Prior to joining the Section team, I worked as a consultant focusing on processes and tooling to help software teams deliver the right product on schedule. While there are many facets to achieving this, one approach always contributed significantly to success: deploy to Production (or Production-like environment) early and repeatedly in the development cycle.
One reason why this is effective is because Production environments are typically more complex compared to Development environments. So unless you are developing for your production environment, incorrect assumptions may be made and complexities overlooked. Development environments are rarely configured across seperate physical tiers and usage is typically leaner than Production. Hence, by forcing the team to deploy early rather than discovering issues late in the development cycle, bugs and fixes are much easier and cheaper to address. Especially if assumptions are buried too deep in the code and are hard to tease apart.
It Worked in the Dev Environment!
How many bugs have you seen discovered in staging and production environments where the question “why didn’t we discover this earlier” was answered with “because the dev/test environment is provisioned differently”? In my experience, in almost all cases!
With this in mind, now consider the websites you have helped build where the Production environment is using a Content Delivery Network (CDN), or some other caching proxy (like Varnish Cache) but the environments prior to Production did not have that same service in front?
If your caching solution is only dealing with static assets (eg images, stylesheets) then there may only ever be a few bugs that occur in Production. At the same time, you’re probably not getting the most out of your caching solution.
Once you start leveraging your caching solution’s ability to handle dynamic resources (eg page HTML, AJAX responses) you can deliver great performance improvements to your website and increase the number of concurrent users your infrastructure can handle. However, this may come at a price. Caching rules will now be breaking “simple” assumptions made in development and introducing issues that will only be found in a more “complex” Production environment.
One example I’ve seen recently was a product search results page on an e-commerce site. It was cached so that a user who searched for the same keyword(s) that another user had also searched for would be served a cached response. This would therefore avoid the expensive queries and computations on the origin web server. However, the site had been developed assuming the page would always be loaded from the origin and thus it would update the user’s session data to note their most recent search query. Unfortunately, with the caching rules in place that were in production only, the origin never saw the second user’s search request and did not update that user’s session data. Ultimately this led to the follow-on pages not functioning as designed as the session data wasn’t the same.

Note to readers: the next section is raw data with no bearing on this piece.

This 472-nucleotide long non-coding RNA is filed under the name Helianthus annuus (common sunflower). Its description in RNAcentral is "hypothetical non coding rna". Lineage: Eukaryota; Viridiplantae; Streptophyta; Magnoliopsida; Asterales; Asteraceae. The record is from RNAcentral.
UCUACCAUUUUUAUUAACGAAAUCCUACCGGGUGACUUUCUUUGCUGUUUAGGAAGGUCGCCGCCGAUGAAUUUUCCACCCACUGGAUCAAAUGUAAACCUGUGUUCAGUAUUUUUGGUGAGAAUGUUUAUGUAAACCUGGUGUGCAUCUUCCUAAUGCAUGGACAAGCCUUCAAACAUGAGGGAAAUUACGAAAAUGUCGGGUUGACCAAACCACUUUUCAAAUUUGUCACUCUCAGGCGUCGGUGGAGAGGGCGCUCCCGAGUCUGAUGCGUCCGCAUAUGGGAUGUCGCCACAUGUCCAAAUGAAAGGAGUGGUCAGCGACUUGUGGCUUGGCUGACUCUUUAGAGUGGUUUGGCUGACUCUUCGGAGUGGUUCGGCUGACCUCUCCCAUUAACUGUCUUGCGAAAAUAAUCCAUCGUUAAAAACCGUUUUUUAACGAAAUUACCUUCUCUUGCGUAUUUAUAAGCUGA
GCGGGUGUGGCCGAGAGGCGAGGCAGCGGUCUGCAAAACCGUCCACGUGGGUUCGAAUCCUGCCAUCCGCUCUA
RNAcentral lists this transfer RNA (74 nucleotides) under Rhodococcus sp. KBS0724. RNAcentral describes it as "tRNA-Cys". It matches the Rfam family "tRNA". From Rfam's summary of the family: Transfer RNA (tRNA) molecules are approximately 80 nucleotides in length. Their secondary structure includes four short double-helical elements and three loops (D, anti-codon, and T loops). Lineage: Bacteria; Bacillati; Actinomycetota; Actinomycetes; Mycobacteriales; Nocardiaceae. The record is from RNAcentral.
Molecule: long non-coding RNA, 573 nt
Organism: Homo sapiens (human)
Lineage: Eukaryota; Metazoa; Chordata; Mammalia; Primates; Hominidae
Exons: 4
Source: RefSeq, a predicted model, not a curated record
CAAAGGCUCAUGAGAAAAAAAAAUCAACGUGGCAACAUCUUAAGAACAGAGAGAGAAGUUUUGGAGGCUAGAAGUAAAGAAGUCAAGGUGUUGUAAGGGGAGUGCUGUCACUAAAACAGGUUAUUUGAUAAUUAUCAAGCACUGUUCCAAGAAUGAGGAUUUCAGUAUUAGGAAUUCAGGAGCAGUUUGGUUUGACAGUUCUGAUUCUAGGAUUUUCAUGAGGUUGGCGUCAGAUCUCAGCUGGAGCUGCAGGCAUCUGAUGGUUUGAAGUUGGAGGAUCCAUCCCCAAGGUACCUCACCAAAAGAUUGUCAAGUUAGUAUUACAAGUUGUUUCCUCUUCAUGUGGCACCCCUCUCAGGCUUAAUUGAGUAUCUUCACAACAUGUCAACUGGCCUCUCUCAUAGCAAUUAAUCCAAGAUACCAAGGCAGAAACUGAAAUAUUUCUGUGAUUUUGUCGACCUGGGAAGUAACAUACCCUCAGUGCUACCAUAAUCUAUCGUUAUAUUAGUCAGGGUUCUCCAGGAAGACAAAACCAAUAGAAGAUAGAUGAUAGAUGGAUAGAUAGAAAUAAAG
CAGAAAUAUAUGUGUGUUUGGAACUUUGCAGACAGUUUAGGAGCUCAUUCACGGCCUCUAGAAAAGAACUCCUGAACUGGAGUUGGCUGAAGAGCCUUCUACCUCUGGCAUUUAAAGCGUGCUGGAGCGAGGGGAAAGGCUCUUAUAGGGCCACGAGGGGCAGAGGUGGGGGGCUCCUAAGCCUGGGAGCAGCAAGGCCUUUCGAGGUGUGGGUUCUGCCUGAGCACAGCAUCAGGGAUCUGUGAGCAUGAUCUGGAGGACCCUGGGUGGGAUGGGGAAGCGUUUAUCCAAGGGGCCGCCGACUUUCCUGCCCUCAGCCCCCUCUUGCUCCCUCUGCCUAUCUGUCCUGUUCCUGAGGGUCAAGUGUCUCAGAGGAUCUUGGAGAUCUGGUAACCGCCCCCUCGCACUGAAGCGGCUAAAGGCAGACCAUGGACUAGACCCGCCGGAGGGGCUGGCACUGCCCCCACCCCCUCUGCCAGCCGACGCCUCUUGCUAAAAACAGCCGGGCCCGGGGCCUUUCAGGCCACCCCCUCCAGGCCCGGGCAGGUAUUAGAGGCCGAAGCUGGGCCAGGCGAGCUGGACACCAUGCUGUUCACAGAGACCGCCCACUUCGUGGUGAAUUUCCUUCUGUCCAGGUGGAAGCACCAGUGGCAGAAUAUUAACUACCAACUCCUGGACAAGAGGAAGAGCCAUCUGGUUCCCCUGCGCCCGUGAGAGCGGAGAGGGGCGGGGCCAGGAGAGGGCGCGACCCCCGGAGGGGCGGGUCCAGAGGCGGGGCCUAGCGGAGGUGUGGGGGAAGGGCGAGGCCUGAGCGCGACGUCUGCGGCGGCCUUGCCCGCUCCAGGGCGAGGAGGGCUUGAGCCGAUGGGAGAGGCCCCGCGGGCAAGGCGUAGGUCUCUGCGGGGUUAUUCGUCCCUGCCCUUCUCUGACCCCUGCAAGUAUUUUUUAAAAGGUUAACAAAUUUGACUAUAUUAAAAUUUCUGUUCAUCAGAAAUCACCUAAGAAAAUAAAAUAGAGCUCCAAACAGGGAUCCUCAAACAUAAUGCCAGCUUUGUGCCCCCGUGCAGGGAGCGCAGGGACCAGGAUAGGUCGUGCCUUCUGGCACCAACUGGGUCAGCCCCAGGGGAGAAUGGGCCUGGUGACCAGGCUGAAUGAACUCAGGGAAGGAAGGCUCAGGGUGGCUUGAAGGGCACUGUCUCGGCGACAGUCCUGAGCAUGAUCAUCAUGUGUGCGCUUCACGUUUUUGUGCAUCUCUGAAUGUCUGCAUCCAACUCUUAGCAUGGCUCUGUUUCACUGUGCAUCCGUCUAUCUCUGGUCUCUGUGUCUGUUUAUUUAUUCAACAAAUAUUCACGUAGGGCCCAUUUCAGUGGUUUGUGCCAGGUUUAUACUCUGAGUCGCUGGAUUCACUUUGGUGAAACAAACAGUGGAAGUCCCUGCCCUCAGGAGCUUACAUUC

When Problems Occur….just TURN IT OFF!
In scenarios like this, where the user experience becomes broken, the fastest resolution is typically to disable the Production-specific behaviour that is triggering the problem. This is how powerful caching solutions atrophy into simple static asset caches.
There are many other scenarios where a CDN can introduce these subtle behaviour changes. An effective cache configuration will be coupled to the nuances of a particular site design and the best result is achieved when the website code is designed to leverage the capabilities of the cache proxy in front of it. It’s a symbiotic relationship.
To design and build a website that can deliver a fast experience to a single user and maintain that same fast experience to many many users concurrently means that your CDN or Varnish Cache deployment cannot be limited to your Production environment. We would also suggest that this outcome is not the sole responsibility of your infrastructure/operations team either.
You need to bring the same caching rules that are used in Production, back into all of your pre-Production environments and keep the cache configurations in sync with Production. Only then will you provide visibility of the cache configurations and the run-time results of the cache to your development team. This will enable the website to be built with an understanding of what will be cached, why something fails to cache, and help with achieving optimal cache durations.
Technology is Only Half the Challenge
As I well know from my time as a consultant, adopting this approach is as much as people-problem as it is a technical challenge. Especially considering the traditional barriers and conflicts between Dev and Ops. With Section, the technical aspect of achieving this has been done for you.
Every Section application is provisioned with a Production and Development environment. The configuration of Section is designed to use Git workflows to keep the environments in sync and promote changes. The section.cli tool enables you to launch the Varnish Cache proxy in your development environment that is the same Varnish Cache proxy used in Production. The Section Aperture portal gives users access to metrics, logs, and other diagnostics for each environment.
Whatever you’re using as your preferred caching solution for your website, remember to build with the cache in mind. Then verify how the cache affects your site and do this EARLY and OFTEN!